The Miami Herald reports the Florida Senate Criminal Justice Committee has unanimously passed SB 290, which would end minimum mandatory sentences for nonviolent offenses. The measure represents a major shift from the tough-on-crime bills of the last two decades that filled prisons and created what both liberals and conservatives now believe has been a subclass of lifers in jail and a waste of tax money.
The “prison diversion bill” would save the state $131 million in avoided costs and put 1,001 fewer people in jail, said Sen. Daryl Rouson, D-St. Petersburg, the bill’s sponsor. Judges would no longer be bound by 118 minimum mandatory sentences in Florida law. It also restores the Florida Sentencing Commission, which existed from 1982 to 1997, but limits its scope to determining the severity ranking that adds points to an offender’s record based on certain offenses. Anyone who commits a violence offense, is not eligible for the court’s leniency.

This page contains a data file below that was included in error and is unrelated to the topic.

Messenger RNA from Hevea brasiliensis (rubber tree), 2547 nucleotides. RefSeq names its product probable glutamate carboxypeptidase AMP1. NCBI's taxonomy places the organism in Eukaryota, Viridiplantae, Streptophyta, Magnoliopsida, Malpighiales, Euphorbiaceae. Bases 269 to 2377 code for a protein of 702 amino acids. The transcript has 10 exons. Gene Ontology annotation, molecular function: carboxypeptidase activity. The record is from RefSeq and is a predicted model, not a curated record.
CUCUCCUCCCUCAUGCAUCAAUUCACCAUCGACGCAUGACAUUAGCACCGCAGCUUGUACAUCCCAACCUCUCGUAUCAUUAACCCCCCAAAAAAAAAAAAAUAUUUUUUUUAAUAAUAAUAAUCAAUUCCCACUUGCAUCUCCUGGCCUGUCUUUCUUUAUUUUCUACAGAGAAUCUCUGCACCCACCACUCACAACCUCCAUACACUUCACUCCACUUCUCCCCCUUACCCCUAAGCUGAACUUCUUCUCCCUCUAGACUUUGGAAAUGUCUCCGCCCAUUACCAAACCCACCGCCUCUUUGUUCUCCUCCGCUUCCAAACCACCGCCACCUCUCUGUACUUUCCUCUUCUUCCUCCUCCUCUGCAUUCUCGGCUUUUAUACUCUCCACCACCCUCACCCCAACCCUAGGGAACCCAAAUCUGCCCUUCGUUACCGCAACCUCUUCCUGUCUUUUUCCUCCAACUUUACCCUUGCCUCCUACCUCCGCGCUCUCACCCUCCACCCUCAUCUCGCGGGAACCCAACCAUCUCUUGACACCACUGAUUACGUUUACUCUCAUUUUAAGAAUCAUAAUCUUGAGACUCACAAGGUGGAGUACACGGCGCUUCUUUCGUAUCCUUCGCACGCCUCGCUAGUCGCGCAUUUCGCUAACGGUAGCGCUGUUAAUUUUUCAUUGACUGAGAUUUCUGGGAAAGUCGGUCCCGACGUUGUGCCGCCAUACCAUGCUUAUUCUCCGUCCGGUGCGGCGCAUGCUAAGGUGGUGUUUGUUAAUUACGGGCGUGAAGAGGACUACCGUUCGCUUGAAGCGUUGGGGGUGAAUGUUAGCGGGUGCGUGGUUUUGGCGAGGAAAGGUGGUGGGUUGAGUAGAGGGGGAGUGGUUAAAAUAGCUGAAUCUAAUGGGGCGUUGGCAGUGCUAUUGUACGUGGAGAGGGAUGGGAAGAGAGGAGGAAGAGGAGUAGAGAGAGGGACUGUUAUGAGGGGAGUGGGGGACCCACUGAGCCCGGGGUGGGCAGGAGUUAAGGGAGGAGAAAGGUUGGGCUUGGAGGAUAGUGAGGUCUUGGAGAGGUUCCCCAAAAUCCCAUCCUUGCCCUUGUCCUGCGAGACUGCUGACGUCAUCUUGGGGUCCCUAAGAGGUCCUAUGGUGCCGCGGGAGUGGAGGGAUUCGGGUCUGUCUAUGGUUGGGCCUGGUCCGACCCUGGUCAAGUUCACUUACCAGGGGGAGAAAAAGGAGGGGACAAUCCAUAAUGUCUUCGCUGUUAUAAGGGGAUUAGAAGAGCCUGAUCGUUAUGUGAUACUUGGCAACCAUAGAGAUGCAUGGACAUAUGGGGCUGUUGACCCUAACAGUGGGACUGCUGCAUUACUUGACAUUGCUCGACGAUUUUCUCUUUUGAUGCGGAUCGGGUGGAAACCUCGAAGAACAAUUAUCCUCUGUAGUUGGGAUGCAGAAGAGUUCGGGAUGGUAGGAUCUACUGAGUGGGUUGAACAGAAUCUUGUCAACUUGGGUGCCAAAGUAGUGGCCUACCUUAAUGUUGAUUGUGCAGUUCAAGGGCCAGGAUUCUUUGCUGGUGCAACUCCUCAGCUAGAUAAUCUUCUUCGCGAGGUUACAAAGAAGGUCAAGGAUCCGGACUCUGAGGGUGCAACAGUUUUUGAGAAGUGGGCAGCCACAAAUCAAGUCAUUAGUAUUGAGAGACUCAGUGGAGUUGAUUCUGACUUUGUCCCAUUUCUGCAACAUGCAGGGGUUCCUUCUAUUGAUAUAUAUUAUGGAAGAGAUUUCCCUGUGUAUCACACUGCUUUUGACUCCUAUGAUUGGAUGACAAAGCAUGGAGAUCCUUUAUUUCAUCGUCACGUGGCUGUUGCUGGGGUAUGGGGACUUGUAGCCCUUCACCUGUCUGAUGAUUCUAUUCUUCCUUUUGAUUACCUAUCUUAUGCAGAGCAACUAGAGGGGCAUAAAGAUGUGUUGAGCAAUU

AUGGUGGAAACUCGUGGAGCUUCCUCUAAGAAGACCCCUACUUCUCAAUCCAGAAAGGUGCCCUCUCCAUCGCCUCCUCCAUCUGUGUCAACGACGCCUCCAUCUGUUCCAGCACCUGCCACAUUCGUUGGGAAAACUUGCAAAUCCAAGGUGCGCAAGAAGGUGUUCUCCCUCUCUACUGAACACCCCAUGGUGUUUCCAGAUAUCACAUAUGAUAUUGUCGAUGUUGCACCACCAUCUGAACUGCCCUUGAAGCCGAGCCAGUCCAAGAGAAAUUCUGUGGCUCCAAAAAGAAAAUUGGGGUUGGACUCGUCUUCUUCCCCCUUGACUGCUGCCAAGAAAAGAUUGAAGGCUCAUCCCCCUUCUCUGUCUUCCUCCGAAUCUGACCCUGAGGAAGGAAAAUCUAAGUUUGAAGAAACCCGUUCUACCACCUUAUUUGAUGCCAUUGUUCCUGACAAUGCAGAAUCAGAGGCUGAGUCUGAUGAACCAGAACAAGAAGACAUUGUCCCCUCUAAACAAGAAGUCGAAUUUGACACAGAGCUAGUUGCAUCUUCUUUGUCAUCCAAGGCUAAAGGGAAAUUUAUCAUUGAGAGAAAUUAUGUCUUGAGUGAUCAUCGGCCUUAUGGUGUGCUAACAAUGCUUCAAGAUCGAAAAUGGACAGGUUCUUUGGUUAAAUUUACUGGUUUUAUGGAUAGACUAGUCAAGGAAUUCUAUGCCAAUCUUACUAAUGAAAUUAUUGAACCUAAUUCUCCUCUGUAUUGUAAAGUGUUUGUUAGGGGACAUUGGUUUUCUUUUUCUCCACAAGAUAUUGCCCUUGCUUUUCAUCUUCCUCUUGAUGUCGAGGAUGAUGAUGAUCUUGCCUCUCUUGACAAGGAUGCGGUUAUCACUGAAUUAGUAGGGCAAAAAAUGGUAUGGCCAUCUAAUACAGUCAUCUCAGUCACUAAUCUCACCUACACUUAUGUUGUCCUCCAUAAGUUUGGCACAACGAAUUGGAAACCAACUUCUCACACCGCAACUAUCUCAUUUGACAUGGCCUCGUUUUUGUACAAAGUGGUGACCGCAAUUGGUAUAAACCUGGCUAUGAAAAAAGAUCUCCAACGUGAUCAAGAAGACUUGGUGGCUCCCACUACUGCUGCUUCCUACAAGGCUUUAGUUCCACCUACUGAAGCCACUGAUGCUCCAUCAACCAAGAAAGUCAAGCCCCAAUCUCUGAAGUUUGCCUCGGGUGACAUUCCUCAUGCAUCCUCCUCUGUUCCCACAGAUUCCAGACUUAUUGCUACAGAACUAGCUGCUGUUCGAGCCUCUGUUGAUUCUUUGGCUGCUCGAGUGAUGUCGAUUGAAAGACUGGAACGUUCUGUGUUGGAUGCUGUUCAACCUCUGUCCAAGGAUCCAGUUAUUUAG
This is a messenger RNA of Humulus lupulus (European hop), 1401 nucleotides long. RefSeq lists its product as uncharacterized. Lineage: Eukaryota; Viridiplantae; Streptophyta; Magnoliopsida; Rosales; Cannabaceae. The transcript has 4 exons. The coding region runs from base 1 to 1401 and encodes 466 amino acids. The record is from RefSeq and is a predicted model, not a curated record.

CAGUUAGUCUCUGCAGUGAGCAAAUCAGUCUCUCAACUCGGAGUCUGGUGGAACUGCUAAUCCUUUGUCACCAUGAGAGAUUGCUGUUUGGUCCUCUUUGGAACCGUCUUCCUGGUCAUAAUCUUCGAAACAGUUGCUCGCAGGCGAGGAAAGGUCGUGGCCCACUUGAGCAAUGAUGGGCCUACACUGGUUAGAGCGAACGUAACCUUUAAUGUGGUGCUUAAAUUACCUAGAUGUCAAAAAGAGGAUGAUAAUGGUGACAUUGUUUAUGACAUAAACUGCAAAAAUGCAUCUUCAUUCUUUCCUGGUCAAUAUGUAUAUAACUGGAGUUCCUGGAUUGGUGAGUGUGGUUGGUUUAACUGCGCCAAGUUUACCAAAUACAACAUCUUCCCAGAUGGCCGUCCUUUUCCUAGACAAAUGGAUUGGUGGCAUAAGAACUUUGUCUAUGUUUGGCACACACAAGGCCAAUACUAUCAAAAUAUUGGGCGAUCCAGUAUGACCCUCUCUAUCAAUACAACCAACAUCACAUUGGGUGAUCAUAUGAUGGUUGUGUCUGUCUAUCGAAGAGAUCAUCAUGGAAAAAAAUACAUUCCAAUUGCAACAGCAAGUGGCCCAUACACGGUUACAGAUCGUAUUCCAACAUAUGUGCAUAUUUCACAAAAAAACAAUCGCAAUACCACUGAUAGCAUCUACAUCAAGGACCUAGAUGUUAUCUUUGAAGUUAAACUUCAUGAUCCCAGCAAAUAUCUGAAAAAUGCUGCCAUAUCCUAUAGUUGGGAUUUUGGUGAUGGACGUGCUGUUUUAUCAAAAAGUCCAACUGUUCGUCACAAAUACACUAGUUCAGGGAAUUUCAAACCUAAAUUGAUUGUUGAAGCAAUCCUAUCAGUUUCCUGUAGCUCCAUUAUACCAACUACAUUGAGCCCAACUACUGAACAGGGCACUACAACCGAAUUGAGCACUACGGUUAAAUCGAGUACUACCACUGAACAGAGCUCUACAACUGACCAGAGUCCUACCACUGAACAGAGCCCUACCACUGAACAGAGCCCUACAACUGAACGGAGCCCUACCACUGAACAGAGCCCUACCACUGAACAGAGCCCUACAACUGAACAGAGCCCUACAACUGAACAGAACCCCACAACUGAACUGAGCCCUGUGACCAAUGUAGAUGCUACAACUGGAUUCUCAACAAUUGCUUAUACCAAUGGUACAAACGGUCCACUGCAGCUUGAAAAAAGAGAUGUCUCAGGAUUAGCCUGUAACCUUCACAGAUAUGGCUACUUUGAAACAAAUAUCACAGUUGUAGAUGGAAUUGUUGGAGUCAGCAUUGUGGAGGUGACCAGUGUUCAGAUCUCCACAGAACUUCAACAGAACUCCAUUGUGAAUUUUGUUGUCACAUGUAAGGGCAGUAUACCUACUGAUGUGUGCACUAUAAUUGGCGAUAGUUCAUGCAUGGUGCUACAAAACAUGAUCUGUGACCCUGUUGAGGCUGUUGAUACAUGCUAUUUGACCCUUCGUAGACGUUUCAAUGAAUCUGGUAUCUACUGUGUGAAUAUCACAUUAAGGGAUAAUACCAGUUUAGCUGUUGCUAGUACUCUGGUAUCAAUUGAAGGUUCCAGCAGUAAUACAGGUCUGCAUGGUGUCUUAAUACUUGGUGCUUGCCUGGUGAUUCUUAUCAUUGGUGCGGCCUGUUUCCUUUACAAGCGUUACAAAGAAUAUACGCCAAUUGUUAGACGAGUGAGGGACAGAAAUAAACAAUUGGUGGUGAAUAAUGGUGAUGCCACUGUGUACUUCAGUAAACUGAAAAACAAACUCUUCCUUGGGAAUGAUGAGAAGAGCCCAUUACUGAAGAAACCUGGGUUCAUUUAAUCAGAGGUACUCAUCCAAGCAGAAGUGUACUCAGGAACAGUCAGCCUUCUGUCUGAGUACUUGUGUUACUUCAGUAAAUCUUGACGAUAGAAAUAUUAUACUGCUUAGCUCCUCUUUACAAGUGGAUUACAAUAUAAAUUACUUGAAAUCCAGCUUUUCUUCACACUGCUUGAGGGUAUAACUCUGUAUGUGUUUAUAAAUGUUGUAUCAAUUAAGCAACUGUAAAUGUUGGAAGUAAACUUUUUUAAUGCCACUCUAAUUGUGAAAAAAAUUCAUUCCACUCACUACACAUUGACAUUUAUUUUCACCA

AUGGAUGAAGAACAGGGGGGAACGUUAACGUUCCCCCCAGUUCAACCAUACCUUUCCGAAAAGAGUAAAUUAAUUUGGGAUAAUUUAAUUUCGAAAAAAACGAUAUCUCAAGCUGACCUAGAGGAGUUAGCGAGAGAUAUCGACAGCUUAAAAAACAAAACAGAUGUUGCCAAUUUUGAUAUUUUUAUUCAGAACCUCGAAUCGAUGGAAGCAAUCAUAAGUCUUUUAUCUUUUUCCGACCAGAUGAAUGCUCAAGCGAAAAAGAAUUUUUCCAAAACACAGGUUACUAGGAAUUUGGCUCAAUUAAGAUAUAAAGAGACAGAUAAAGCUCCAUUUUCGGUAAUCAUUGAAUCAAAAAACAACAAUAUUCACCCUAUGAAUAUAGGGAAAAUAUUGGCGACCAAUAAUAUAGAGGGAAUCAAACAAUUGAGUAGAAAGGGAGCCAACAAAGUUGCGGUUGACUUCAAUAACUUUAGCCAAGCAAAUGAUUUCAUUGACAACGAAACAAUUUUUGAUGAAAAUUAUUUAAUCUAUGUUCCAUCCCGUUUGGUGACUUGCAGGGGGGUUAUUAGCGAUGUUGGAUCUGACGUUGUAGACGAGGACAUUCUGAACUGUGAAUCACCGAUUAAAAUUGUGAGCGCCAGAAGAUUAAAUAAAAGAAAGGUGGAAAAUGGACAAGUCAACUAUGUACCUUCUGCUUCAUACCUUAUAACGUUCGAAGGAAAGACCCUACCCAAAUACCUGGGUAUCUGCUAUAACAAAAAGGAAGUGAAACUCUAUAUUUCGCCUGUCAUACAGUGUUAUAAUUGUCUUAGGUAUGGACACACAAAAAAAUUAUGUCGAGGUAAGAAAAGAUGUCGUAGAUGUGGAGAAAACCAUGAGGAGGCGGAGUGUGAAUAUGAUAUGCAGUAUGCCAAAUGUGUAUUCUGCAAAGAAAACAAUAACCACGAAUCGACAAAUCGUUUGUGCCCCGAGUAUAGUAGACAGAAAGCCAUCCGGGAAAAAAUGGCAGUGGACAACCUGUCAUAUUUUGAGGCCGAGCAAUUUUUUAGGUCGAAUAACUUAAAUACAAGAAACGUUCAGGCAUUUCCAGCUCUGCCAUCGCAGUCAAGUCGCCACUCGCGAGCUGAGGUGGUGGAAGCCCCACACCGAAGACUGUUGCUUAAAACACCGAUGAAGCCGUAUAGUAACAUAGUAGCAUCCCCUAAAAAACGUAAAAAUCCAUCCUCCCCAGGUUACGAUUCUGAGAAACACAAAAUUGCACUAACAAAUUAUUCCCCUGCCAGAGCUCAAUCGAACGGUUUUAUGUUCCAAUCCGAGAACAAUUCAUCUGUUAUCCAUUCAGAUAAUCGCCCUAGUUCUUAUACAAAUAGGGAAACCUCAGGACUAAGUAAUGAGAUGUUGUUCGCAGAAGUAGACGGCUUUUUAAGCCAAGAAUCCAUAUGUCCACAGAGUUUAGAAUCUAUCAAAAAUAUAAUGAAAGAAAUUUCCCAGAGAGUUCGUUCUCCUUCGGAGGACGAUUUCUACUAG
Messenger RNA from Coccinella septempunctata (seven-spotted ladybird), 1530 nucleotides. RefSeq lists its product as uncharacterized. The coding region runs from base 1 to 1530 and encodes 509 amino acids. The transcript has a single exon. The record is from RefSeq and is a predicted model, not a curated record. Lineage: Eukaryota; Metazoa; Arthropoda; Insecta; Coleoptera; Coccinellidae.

“We are in an interesting juncture in our society and the Legislature, where Democrats and Republicans in both chambers agree that it’s really time to look at our criminal justice system and start to make some reforms,” said Sen. Randolph Bracy, D-Orlando, chairman of the committee.